Thirty years of “reform” and “modernisation” have entrenched income inequality
Three decades of changes to Australia’s wage-fixing systems, laws and rules have blocked workers from getting decent wage increases, according to Professor John Buchanan, the chair of business analytics at Sydney University.
“Within the political class there is low-level moral panic about low wages growth,” he wrote.
“The irony is that those lamenting this situation are simply witnessing the ultimate outcomes of policies they have long advocated.”
Prof Buchanan says Australia’s wage-fixing system reduced income inequality in the 20th century but, after 30 years of “modernisation”, the industrial relations framework is now entrenching it.
Consequently, the enterprise bargaining system is on “life support” according to federal Labor leader, Bill Shorten.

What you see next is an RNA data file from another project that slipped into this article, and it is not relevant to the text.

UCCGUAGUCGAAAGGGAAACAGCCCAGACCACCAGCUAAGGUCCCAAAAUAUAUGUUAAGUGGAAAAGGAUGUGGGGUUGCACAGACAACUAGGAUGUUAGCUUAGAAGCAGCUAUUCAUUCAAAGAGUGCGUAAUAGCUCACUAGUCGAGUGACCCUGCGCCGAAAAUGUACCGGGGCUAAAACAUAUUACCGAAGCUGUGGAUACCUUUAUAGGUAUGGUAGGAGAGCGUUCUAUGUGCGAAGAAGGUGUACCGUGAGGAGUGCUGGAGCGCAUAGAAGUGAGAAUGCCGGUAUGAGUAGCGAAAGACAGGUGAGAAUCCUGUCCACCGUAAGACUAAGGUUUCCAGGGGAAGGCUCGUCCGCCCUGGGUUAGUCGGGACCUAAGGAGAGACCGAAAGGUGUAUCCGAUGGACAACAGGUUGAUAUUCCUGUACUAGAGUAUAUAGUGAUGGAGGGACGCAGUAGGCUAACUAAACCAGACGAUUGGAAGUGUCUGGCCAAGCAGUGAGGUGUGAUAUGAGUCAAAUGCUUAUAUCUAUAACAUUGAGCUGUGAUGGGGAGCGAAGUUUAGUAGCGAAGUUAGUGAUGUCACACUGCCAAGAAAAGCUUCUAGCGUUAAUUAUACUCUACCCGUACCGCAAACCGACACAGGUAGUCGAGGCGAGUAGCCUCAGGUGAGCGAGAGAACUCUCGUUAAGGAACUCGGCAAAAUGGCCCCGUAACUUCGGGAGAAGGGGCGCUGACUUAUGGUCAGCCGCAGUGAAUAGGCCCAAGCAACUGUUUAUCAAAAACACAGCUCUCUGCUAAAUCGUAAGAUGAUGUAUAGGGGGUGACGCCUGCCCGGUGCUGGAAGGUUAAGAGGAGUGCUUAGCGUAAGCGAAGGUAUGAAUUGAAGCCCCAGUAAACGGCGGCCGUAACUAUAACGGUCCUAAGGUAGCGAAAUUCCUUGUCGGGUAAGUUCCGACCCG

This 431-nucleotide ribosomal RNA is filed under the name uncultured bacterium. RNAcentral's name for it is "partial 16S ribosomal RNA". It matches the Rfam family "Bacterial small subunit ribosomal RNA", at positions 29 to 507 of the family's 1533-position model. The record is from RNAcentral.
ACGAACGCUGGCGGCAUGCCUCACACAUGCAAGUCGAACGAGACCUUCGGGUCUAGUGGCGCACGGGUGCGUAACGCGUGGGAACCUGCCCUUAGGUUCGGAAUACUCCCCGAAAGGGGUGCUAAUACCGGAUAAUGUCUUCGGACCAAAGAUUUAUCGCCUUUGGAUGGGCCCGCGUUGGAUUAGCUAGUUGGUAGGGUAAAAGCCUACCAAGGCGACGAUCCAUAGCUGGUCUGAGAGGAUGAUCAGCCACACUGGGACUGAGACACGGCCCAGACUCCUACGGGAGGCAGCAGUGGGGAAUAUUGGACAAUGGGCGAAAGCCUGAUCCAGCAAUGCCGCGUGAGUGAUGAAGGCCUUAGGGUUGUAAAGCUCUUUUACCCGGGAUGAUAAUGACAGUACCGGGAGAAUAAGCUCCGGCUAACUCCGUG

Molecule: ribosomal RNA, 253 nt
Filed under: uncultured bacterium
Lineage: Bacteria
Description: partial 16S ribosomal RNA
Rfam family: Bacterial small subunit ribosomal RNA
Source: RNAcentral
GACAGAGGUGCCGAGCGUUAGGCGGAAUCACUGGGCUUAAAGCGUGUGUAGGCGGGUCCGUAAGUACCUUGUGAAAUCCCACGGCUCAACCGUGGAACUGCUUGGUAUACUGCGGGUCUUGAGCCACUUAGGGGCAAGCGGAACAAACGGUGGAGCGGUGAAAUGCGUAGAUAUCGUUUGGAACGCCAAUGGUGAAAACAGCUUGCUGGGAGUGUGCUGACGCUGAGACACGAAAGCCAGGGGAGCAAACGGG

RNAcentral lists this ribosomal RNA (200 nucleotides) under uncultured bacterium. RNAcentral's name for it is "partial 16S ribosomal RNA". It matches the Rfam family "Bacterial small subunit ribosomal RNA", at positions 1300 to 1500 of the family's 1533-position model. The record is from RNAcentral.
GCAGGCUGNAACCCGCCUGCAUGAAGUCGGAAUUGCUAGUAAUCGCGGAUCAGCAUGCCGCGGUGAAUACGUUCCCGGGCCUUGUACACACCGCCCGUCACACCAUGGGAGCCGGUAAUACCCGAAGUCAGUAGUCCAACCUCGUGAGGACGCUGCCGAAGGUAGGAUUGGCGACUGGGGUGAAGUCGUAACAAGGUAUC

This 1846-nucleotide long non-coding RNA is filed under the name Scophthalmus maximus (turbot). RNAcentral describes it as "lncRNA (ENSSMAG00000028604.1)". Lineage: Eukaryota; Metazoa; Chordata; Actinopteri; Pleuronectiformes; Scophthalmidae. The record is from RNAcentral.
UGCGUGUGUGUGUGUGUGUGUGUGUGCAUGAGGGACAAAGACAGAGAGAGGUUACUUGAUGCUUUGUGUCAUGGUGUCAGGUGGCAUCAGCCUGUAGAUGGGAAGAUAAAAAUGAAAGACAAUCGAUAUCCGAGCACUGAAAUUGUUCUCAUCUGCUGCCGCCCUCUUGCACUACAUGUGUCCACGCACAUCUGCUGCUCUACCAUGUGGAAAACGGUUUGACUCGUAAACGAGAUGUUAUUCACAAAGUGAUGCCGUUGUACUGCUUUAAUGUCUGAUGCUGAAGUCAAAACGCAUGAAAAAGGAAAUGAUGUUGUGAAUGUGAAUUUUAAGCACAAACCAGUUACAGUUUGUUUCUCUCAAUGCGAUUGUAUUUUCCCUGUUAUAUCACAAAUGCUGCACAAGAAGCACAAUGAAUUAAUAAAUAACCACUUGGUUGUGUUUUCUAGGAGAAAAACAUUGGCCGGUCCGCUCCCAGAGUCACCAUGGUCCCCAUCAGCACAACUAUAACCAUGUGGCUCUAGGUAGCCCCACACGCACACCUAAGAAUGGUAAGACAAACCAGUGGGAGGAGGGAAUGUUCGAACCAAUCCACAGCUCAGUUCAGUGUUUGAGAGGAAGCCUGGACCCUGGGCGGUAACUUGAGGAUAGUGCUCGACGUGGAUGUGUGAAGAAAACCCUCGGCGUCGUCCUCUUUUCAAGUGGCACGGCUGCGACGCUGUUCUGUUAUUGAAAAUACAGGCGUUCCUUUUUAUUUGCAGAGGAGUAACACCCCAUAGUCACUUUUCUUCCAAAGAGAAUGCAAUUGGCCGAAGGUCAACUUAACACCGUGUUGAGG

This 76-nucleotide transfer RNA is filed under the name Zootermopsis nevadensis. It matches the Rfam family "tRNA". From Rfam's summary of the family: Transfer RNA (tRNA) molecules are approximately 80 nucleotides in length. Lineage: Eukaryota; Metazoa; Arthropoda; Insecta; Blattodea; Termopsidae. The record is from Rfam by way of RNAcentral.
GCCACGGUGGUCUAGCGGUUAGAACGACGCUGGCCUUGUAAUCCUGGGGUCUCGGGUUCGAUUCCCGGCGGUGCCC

He recently promised a Labor government would shake up workplace laws to boost wages.
Productivity had risen 20 per cent in the past decade while real wages had risen by just six per cent, he said.
“If we don’t push big companies to pay a fair day’s wage for a fair day’s work, if we don’t demand a better deal and greater security for working Australians, then it just won’t happen.”Labor promises to restore penalty rates
A future Labor government would “restore Sunday penalty rates. We will crack down on the exploitation of labour hire, we will put the bargaining back into enterprise bargaining and lead a new national push to close the gender pay gap”.
The Opposition Leader was particularly critical of employers having the ability to terminate enterprise bargaining agreements that have passed their nominal expiry date.
Workers covered by terminated agreements are forced back on to usually-lower award pay and conditions.
The number of terminations by employers in 2017 was more than double the long-term average.
“We don’t think that should be allowed. I think existing agreements should stay in place until they’re renegotiated by mutual agreement,” Mr Shorten said.
Earlier, Labor’s deputy leader, Tanya Plibersek, said there was a clear link between declining union membership, the lowering of workers’ bargaining power, and low wage growth.
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